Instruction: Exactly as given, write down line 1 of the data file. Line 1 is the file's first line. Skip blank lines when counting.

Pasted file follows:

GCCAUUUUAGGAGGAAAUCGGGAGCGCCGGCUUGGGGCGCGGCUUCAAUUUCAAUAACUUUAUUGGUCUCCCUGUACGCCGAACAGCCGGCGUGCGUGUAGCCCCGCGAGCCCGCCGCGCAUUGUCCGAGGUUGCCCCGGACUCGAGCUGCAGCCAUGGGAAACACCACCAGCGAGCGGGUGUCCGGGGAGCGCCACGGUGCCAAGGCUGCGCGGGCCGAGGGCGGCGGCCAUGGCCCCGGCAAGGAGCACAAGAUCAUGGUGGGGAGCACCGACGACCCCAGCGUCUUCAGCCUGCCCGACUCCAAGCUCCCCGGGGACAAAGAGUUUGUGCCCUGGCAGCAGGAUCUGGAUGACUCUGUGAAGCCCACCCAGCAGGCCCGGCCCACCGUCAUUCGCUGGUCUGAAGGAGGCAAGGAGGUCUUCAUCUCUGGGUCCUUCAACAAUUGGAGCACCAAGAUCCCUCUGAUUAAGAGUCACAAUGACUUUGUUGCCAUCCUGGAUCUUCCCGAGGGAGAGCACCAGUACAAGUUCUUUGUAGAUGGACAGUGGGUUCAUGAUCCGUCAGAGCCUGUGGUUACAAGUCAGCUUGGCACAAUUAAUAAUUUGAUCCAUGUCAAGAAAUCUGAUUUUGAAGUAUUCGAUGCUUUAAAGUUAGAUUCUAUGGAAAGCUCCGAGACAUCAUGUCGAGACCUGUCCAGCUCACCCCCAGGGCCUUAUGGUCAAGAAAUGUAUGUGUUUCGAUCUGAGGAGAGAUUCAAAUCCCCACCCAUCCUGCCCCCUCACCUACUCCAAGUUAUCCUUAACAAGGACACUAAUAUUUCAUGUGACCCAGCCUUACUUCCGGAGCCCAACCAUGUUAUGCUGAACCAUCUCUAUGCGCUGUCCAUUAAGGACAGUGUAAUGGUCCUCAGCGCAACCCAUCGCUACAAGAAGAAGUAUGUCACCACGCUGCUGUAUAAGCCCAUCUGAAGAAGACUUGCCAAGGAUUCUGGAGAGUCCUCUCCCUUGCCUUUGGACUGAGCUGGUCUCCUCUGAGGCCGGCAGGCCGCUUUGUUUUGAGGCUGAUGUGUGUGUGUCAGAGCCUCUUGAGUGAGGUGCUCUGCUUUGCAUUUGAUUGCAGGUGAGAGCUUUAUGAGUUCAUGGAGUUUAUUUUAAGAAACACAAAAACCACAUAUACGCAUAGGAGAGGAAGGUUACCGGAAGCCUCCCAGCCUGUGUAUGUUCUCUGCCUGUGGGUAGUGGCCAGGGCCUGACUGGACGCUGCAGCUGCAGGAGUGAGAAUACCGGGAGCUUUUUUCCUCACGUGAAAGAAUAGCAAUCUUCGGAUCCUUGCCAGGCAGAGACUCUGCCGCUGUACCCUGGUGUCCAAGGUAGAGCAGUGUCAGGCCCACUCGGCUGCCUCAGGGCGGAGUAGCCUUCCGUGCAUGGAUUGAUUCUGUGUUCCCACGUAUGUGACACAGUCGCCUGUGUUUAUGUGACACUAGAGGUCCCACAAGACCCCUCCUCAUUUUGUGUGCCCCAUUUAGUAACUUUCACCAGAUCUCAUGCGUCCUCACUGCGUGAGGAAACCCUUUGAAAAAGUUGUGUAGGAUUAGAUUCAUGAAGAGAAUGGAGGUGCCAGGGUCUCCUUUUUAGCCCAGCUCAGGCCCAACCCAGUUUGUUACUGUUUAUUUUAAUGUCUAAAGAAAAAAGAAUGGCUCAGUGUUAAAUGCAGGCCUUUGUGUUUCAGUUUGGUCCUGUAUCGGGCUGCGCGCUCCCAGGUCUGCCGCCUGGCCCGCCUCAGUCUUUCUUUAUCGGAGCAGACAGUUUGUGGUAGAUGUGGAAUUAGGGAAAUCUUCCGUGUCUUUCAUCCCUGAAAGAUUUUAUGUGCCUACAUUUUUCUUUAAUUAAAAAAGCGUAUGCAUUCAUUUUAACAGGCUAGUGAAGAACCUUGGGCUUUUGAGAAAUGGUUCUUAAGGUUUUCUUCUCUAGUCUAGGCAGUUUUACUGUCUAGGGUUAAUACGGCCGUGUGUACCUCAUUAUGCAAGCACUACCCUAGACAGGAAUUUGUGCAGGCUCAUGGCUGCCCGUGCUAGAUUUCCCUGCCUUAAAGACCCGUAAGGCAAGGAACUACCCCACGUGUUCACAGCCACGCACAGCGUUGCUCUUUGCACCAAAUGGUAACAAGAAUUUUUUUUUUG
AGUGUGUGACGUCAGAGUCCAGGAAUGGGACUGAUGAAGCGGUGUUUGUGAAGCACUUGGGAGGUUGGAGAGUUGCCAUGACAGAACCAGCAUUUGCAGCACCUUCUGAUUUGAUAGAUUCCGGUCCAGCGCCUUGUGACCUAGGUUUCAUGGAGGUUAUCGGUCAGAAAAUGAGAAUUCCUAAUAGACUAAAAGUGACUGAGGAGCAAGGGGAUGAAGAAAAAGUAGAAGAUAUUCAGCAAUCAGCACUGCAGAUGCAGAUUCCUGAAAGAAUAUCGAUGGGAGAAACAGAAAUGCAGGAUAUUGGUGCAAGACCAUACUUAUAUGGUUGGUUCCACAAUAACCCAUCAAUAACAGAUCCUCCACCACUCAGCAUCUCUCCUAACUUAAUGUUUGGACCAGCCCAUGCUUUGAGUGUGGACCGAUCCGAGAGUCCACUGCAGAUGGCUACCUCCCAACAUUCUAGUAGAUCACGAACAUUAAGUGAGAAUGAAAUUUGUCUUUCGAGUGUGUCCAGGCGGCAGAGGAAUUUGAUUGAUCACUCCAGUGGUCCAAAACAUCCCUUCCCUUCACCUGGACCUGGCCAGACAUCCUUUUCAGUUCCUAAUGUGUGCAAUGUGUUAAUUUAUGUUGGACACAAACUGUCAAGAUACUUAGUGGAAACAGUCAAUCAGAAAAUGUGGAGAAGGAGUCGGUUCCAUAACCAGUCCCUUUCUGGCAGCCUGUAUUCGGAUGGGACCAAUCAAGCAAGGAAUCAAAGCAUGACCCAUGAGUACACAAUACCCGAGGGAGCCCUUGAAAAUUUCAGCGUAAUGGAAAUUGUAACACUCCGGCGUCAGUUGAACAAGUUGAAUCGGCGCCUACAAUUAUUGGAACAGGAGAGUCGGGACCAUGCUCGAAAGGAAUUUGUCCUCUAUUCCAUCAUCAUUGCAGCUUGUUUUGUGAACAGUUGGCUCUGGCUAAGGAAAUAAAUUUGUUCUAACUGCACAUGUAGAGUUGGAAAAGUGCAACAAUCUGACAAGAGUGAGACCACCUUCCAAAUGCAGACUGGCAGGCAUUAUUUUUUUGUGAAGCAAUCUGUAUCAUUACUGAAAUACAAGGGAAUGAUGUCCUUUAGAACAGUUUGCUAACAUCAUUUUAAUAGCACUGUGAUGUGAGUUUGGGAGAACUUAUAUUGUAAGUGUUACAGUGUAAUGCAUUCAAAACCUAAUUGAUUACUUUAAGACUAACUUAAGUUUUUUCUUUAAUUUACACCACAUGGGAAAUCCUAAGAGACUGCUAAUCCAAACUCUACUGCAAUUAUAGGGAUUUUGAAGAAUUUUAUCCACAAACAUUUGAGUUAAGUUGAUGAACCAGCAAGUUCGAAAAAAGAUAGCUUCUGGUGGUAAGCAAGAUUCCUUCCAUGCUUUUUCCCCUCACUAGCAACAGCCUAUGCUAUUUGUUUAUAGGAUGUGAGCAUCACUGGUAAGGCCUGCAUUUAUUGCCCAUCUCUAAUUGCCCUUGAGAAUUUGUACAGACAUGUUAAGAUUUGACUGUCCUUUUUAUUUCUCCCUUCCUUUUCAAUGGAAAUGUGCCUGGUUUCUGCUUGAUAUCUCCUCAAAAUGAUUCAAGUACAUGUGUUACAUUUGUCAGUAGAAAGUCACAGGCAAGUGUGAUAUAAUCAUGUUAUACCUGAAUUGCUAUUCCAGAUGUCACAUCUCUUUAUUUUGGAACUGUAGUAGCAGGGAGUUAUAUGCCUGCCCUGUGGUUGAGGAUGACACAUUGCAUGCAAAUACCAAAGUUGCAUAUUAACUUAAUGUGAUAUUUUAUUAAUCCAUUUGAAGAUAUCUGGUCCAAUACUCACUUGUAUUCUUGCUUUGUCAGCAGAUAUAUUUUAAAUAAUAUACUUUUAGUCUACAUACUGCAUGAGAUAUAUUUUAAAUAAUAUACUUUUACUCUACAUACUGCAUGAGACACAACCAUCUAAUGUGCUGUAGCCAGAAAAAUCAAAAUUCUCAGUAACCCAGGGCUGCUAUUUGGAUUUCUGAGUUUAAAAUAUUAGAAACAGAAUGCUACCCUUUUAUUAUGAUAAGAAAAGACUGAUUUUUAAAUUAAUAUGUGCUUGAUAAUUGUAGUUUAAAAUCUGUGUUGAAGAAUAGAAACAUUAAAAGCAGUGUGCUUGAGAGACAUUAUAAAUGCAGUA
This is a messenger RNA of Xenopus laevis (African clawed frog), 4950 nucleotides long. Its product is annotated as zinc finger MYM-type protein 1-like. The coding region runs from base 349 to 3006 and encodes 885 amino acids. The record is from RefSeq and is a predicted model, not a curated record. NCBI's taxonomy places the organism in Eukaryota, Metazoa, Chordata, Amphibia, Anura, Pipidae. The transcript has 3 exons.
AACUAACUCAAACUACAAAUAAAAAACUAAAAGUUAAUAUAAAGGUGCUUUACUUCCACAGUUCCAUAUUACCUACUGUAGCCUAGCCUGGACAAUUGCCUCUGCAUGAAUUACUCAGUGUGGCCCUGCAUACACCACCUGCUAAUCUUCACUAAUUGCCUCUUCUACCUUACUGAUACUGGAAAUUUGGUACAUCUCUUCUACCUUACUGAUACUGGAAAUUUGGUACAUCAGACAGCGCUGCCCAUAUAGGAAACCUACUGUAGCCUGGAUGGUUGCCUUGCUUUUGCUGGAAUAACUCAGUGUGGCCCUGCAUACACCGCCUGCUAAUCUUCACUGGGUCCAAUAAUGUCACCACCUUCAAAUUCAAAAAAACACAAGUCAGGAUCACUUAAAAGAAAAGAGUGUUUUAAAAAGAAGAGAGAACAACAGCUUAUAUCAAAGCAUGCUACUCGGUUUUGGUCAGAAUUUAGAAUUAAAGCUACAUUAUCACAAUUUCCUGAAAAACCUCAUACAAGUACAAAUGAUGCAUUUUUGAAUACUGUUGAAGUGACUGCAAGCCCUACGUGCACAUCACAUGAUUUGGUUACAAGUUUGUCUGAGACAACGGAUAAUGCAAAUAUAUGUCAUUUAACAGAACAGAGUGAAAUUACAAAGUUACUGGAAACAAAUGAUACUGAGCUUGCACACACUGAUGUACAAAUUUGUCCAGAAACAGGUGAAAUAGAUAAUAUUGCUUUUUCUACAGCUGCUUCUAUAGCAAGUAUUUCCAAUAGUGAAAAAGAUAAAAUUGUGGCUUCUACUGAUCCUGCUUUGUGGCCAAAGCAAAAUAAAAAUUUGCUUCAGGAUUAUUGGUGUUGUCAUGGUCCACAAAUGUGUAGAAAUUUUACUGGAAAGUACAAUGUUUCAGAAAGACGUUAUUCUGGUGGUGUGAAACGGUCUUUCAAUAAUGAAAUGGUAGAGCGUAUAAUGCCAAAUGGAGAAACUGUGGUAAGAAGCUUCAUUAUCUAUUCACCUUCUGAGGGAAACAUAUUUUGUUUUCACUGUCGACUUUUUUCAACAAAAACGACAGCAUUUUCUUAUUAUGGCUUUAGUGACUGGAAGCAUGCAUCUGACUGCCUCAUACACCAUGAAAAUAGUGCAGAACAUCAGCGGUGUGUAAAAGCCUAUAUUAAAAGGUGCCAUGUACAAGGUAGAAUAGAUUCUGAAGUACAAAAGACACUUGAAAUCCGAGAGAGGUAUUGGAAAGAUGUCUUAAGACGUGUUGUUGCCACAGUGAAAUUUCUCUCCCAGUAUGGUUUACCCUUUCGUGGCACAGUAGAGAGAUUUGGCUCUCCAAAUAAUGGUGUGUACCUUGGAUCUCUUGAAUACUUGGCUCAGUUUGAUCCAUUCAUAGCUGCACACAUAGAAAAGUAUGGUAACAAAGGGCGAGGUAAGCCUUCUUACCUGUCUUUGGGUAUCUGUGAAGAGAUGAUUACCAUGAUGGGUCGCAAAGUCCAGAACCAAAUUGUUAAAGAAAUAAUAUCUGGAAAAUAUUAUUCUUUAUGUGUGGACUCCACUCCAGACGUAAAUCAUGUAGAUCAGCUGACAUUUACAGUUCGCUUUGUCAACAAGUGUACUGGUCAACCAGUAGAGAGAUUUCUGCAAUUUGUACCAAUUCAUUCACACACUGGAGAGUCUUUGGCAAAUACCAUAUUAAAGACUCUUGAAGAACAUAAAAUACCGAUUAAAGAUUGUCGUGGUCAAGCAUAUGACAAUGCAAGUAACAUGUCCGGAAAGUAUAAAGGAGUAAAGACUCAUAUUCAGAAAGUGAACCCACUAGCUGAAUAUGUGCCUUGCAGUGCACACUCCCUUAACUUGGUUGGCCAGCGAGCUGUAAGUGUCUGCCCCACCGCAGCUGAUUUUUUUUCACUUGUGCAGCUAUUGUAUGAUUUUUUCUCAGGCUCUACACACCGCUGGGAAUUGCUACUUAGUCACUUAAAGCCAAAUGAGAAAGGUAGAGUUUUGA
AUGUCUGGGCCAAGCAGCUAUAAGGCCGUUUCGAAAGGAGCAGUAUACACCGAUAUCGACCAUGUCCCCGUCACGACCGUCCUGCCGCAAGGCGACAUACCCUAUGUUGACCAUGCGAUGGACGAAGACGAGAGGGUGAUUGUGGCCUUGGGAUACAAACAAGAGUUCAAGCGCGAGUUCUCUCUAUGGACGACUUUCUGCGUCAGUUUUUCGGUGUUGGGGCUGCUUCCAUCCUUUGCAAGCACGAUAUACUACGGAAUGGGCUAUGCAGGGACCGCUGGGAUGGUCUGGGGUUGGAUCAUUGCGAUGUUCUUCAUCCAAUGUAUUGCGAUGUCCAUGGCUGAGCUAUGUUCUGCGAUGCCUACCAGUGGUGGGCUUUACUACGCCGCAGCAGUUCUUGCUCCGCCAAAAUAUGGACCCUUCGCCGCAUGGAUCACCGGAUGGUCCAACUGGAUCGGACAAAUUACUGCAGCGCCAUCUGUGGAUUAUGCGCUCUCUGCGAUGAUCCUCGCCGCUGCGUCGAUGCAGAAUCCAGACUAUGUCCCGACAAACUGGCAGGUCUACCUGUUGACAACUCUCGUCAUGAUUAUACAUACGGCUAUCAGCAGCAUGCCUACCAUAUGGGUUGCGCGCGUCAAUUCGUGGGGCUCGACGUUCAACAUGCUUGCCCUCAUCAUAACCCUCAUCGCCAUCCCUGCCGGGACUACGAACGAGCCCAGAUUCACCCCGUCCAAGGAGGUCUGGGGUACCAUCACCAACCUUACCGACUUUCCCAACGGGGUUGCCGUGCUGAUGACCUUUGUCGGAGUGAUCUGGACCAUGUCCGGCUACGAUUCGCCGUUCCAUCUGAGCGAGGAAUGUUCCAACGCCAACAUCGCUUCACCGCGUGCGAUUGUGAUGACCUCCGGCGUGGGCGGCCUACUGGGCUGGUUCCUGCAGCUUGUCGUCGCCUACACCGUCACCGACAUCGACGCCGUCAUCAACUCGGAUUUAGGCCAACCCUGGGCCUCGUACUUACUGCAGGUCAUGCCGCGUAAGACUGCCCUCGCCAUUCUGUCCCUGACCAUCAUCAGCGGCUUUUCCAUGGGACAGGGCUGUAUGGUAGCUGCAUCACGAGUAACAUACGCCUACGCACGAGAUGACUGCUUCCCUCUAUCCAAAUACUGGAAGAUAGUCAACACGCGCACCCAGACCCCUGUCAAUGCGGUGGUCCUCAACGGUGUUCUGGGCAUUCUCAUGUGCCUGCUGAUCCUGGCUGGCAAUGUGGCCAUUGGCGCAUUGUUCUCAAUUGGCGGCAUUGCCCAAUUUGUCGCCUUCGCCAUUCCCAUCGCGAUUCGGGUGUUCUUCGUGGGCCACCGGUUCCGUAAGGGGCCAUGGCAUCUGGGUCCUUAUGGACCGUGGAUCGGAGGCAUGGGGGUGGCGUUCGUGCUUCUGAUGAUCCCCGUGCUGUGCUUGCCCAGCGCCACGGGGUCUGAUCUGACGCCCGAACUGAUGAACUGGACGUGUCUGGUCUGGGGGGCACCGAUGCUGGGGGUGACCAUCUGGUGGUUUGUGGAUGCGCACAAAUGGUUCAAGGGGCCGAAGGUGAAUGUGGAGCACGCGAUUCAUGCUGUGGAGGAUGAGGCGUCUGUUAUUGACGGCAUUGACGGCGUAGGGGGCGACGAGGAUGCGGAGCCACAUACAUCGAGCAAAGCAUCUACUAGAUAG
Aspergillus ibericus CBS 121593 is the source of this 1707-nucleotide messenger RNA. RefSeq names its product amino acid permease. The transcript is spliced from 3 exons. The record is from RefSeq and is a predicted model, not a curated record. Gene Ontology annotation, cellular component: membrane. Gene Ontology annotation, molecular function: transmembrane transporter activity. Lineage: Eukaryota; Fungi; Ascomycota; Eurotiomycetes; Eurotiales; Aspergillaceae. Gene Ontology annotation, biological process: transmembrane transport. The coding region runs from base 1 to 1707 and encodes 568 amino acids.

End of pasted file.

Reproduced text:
GCCAUUUUAGGAGGAAAUCGGGAGCGCCGGCUUGGGGCGCGGCUUCAAUUUCAAUAACUUUAUUGGUCUCCCUGUACGCCGAACAGCCGGCGUGCGUGUAGCCCCGCGAGCCCGCCGCGCAUUGUCCGAGGUUGCCCCGGACUCGAGCUGCAGCCAUGGGAAACACCACCAGCGAGCGGGUGUCCGGGGAGCGCCACGGUGCCAAGGCUGCGCGGGCCGAGGGCGGCGGCCAUGGCCCCGGCAAGGAGCACAAGAUCAUGGUGGGGAGCACCGACGACCCCAGCGUCUUCAGCCUGCCCGACUCCAAGCUCCCCGGGGACAAAGAGUUUGUGCCCUGGCAGCAGGAUCUGGAUGACUCUGUGAAGCCCACCCAGCAGGCCCGGCCCACCGUCAUUCGCUGGUCUGAAGGAGGCAAGGAGGUCUUCAUCUCUGGGUCCUUCAACAAUUGGAGCACCAAGAUCCCUCUGAUUAAGAGUCACAAUGACUUUGUUGCCAUCCUGGAUCUUCCCGAGGGAGAGCACCAGUACAAGUUCUUUGUAGAUGGACAGUGGGUUCAUGAUCCGUCAGAGCCUGUGGUUACAAGUCAGCUUGGCACAAUUAAUAAUUUGAUCCAUGUCAAGAAAUCUGAUUUUGAAGUAUUCGAUGCUUUAAAGUUAGAUUCUAUGGAAAGCUCCGAGACAUCAUGUCGAGACCUGUCCAGCUCACCCCCAGGGCCUUAUGGUCAAGAAAUGUAUGUGUUUCGAUCUGAGGAGAGAUUCAAAUCCCCACCCAUCCUGCCCCCUCACCUACUCCAAGUUAUCCUUAACAAGGACACUAAUAUUUCAUGUGACCCAGCCUUACUUCCGGAGCCCAACCAUGUUAUGCUGAACCAUCUCUAUGCGCUGUCCAUUAAGGACAGUGUAAUGGUCCUCAGCGCAACCCAUCGCUACAAGAAGAAGUAUGUCACCACGCUGCUGUAUAAGCCCAUCUGAAGAAGACUUGCCAAGGAUUCUGGAGAGUCCUCUCCCUUGCCUUUGGACUGAGCUGGUCUCCUCUGAGGCCGGCAGGCCGCUUUGUUUUGAGGCUGAUGUGUGUGUGUCAGAGCCUCUUGAGUGAGGUGCUCUGCUUUGCAUUUGAUUGCAGGUGAGAGCUUUAUGAGUUCAUGGAGUUUAUUUUAAGAAACACAAAAACCACAUAUACGCAUAGGAGAGGAAGGUUACCGGAAGCCUCCCAGCCUGUGUAUGUUCUCUGCCUGUGGGUAGUGGCCAGGGCCUGACUGGACGCUGCAGCUGCAGGAGUGAGAAUACCGGGAGCUUUUUUCCUCACGUGAAAGAAUAGCAAUCUUCGGAUCCUUGCCAGGCAGAGACUCUGCCGCUGUACCCUGGUGUCCAAGGUAGAGCAGUGUCAGGCCCACUCGGCUGCCUCAGGGCGGAGUAGCCUUCCGUGCAUGGAUUGAUUCUGUGUUCCCACGUAUGUGACACAGUCGCCUGUGUUUAUGUGACACUAGAGGUCCCACAAGACCCCUCCUCAUUUUGUGUGCCCCAUUUAGUAACUUUCACCAGAUCUCAUGCGUCCUCACUGCGUGAGGAAACCCUUUGAAAAAGUUGUGUAGGAUUAGAUUCAUGAAGAGAAUGGAGGUGCCAGGGUCUCCUUUUUAGCCCAGCUCAGGCCCAACCCAGUUUGUUACUGUUUAUUUUAAUGUCUAAAGAAAAAAGAAUGGCUCAGUGUUAAAUGCAGGCCUUUGUGUUUCAGUUUGGUCCUGUAUCGGGCUGCGCGCUCCCAGGUCUGCCGCCUGGCCCGCCUCAGUCUUUCUUUAUCGGAGCAGACAGUUUGUGGUAGAUGUGGAAUUAGGGAAAUCUUCCGUGUCUUUCAUCCCUGAAAGAUUUUAUGUGCCUACAUUUUUCUUUAAUUAAAAAAGCGUAUGCAUUCAUUUUAACAGGCUAGUGAAGAACCUUGGGCUUUUGAGAAAUGGUUCUUAAGGUUUUCUUCUCUAGUCUAGGCAGUUUUACUGUCUAGGGUUAAUACGGCCGUGUGUACCUCAUUAUGCAAGCACUACCCUAGACAGGAAUUUGUGCAGGCUCAUGGCUGCCCGUGCUAGAUUUCCCUGCCUUAAAGACCCGUAAGGCAAGGAACUACCCCACGUGUUCACAGCCACGCACAGCGUUGCUCUUUGCACCAAAUGGUAACAAGAAUUUUUUUUUUG